Personal tool and equipment tracking can ensure that laptops, cell phones, and other workplace gear are used with care and still in their possession. Meanwhile, professional tool and equipment tracking confirms that more elaborate and expensive items, such as vehicles and heavy equipment, are used within established guidelines. For instance, an employee might be responsible for operating a backhoe within professional standards, being alert for any equipment troubles, and advising the appropriate person if the machine needs repair.
There are other benefits to employee accountability for tools and equipment:
- Safety: Employees are responsible for providing safe equipment. So, staying on top of mechanical problems and other issues can minimize injury risk.
- Loss Prevention: Knowing that an employee is responsible for a valuable item will create a whole new outlook on how this person treats company equipment. The idea is to prevent loss, misuse, and theft.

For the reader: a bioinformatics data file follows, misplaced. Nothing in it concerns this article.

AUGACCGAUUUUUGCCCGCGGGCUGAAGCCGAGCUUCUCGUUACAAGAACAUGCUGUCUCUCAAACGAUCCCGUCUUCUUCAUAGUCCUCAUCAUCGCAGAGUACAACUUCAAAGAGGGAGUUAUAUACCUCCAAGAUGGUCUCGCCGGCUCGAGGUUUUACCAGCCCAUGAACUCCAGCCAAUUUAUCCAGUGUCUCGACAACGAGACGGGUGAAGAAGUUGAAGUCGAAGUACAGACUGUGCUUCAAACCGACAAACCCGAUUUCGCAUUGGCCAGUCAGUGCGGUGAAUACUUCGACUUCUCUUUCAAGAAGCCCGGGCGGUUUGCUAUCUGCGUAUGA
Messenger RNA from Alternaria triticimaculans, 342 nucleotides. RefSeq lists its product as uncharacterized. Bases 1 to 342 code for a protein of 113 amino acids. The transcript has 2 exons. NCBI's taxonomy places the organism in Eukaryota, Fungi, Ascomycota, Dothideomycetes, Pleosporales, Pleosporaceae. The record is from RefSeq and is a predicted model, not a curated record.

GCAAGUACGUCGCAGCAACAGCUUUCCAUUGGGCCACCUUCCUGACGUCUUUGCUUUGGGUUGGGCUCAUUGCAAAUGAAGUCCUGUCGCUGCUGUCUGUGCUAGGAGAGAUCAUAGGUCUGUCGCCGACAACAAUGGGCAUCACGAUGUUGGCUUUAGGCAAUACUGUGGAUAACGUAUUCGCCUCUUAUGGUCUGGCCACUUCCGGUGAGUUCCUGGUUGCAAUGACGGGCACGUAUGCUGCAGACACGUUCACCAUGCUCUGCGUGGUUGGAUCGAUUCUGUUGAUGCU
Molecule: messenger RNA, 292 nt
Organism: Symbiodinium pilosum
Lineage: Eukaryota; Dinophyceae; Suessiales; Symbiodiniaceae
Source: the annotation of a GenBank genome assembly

- Culture: A culture of responsibility isn’t about overbearing and punishing policies but about creating a workplace that holds workers accountable for how they handle costly tools and equipment. It’s no different from setting expectations for how employees treat each other or customers.
Best Practices for Tracking Tools and Equipment
There’s a lot that goes into learning how to keep track of tools and equipment. However, a few techniques can make the process straightforward and effective.
Use a Standardized Tracking System
Consistency improves efficiency. Regardless of whether your company uses an analog setup (paper logs and asset tags) or a digital process (scanners, GPS trackers, RFID tags, and software), be certain everyone is on the same page.
Conduct a Regular Inventory
Even with digital resources, get into the habit of conducting a physical inventory of all tracked assets. Scans can get missed, and technology may not perform as expected.
Document Maintenance and Repair Activities
Recording when service work is performed on company equipment is also smart. You’ll know that gear is operating at peak efficiency and can incorporate these details into equipment replacement plans.